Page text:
Ald. Monique Scott (24th) addresses the constituents | Credit: Igor Studenkov/Staff Reporter

Throughout the July 28 community meeting held at the Douglass Park fieldhouse, 1401 S. Sacramento Dr., there was one theme the recently appointed 24th Ward Ald. Monique Scott kept returning to: She can’t do anything alone and residents have to be the ones to take charge of North Lawndale’s destiny.

Around 70 to 80 residents attended the first 24th Ward meeting since Mayor Lori Lightfoot appointed Scott to replace her brother, Ald. Michael Scott. While the new alderperson had some opening remarks, she spent much of the roughly 90-minute meeting answering questions from constituents. Much of the conversation revolved around vacant lots, quality of life issues, gentrification and the effects Riot Fest and other large-scale events have on Douglass Park and the surrounding neighborhood.

Scott said she intends to follow her brother’s lead and hold monthly community meetings on the last Thursday of the month, but she didn’t elaborate on where they would be held. Before the pandemic, Michael Scott used to rotate meetings between three locations in different parts of the ward. She mentioned that the September meeting would focus on ward transportation projects.

In her opening remarks, Scott touted her community bone fides, mentioning several times that she lived on the same block for most of her life. She talked up several major projects that got off the ground during her brother’s tenure, but she also mentioned that she is working to bring Peoria Meats, one of the few meatpacking holdouts in the gentrified Fulton Market District, at 1300 W. Lake St., to North Lawndale.

When asked what she would do in terms of public safety, Scott said that, while she was willing to do her part, it ultimately comes down to what the community allows.

“We lost respect, because we lost the family and we lost being neighbors,” she said. “We don’t do that anymore, [because] we’re afraid. We can’t be afraid of the people we’re raising. What does it say about us?”

Scott had a similar response to questions about the state of local retail. She gave an example of how she called Walgreens higher-ups over low-quality inventory and shelving at the North Lawndale location, 3401 W. Roosevelt Rd., but she encouraged other residents who share her concerns to send complaints, as well.

“We accept so many wrong things, because we don’t expect that the right things are for us,” she said.

Scott repeatedly encouraged residents to buy city-owned vacant lots up for sale in November. She said that lot sales have been paused while the city puts together a website that will list what kind of environmental hazards each lot has and what the underlying zoning is, so that potential buyers would have a better idea what they’re getting into.

“There are 300 vacant lots in North Lawndale, 900 of that is city-owned, so each of you [in this room] can own a vacant lot,” she said. “I beg my community — this is your time.”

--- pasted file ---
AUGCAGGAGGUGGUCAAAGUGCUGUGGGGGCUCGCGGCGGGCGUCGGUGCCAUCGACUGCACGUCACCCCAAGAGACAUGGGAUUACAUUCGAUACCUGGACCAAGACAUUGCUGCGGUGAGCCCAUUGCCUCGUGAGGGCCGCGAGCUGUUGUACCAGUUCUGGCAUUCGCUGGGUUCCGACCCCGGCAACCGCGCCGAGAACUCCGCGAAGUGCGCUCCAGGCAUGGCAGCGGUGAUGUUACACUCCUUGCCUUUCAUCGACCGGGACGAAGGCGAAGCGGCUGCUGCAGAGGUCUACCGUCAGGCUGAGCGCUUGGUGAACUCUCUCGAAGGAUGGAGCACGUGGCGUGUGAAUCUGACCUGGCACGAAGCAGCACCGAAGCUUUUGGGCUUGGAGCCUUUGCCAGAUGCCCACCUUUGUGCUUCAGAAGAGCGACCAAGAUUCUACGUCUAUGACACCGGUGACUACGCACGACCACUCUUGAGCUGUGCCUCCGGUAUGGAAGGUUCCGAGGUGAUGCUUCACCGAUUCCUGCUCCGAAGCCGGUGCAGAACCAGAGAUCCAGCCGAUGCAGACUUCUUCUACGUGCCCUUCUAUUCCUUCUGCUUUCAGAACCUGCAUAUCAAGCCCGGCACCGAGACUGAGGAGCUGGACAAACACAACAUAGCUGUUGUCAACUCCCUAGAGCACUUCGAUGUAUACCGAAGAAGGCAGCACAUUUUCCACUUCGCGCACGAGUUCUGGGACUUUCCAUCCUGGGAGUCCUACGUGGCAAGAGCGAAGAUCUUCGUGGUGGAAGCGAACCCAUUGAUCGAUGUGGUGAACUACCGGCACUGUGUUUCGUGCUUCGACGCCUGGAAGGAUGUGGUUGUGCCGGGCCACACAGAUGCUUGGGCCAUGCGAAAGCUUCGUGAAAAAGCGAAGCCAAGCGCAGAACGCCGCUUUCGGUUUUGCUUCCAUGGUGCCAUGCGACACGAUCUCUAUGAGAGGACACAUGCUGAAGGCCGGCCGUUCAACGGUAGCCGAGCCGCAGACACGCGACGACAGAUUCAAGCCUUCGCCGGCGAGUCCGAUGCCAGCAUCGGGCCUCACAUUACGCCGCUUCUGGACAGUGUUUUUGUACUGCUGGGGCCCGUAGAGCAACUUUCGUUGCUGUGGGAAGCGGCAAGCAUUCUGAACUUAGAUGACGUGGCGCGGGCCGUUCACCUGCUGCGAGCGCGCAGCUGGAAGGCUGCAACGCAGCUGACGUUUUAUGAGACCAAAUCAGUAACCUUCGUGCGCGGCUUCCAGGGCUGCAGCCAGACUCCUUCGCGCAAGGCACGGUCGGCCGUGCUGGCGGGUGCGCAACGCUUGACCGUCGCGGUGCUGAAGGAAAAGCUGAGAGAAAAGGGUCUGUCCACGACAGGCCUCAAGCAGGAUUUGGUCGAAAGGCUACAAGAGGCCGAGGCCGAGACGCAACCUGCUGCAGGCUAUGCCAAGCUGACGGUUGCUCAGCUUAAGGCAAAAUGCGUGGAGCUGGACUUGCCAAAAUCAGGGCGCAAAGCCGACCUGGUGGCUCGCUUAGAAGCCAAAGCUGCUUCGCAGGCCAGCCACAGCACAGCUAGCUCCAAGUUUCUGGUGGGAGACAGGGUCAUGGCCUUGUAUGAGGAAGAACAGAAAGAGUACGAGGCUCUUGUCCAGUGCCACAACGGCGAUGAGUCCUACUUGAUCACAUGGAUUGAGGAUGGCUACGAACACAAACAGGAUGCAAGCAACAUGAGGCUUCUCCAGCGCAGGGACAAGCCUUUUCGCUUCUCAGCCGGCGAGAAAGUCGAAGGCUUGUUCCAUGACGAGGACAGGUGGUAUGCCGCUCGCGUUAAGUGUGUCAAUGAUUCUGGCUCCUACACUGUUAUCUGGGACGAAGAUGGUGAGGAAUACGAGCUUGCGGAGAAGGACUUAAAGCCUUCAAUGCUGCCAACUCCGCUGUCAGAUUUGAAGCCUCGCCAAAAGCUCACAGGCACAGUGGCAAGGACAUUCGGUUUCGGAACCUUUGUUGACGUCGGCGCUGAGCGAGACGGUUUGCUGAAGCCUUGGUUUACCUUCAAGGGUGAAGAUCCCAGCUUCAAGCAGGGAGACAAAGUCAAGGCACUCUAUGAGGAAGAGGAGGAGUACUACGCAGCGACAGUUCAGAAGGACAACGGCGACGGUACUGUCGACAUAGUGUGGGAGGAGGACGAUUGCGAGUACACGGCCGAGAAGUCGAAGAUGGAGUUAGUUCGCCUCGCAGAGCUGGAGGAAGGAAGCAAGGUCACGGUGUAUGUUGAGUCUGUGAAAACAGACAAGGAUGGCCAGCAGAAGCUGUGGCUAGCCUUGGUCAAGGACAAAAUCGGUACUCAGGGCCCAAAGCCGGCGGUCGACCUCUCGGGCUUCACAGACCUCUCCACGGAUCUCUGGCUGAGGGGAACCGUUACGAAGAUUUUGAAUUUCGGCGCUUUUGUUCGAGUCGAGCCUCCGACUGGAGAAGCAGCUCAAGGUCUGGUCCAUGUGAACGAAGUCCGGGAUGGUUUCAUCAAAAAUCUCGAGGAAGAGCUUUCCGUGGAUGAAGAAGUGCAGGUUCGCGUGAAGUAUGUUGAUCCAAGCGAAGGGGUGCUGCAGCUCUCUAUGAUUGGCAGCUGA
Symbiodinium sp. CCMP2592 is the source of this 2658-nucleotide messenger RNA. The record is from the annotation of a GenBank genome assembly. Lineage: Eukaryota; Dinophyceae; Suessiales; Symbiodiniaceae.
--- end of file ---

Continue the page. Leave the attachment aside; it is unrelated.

Scott said that owning lots would increase home ownership, which would help protect against gentrification.

“You get complaints about another race moving into this community. We don’t own this community. If we did, those 900 lots wouldn’t be vacant,” she said. “It takes ownership. They are not taking over. You’re letting them.”

In the last few months of his tenure as alderman, Michael Scott actively supported initiatives to build working-class housing on vacant lots in order to grow homeownership in the community and reverse decades of population decline. But the push received some criticism, since an average North Lawndale resident wouldn’t be able to afford those homes.

Resident Zoe Miller said she wanted to see Scott do something to help residents buy homes.

“My goal is to own a home,” she said. “I want to see people – and I know this going to make some feel some kind of way – that look like me [living around me].”

Toward the end of the meeting, Anton Abkins, co-owner of Café Calidá., 3455 W. North Ave., asked Scott whether she would support the community push to get Riot Fest and other large-scale events out of Douglass Park.

“The only fight [I’m going to have] is not to get rid of it, but for the money to go back to Douglass Park,” she said.

After some back and forth, Scott agreed to meet with Abkins and some other activists.

Scott readily admitted that there were several questions she didn’t know the answer to, saying that she was still learning.

“I’m what – 45 days on the job?” she said. “I’m still learning.”

Michael Scott, who stayed by the wall for most of the meeting, spoke briefly to offer support for his sister.

“I think it’s really impressive to have so many people here,” he said. “I ask you to continue your commitment to this young lady, because I think she’s a smart, intelligent person. If I don’t say it, she’ll put me in a headlock, because she’s my big sister. So please, continue to come out and support her.”

After the meeting, resident Loretta Kern said that she liked Michael Scott’s performance as an alderman and she’s confident that Monique Scott will finish what he started.

“I think like, with enough time, she’s going to be able to accomplish a lot,” she said.

Abkins said he was disappointed with Scott’s reaction to his question.

“I think she could’ve’ been more receptive to the concerns of the residents, but she said she was willing to talk to us, so we’re going to hold her to that,” he said.

For more information on the 24th Ward office, visit http://aldermanscott.com/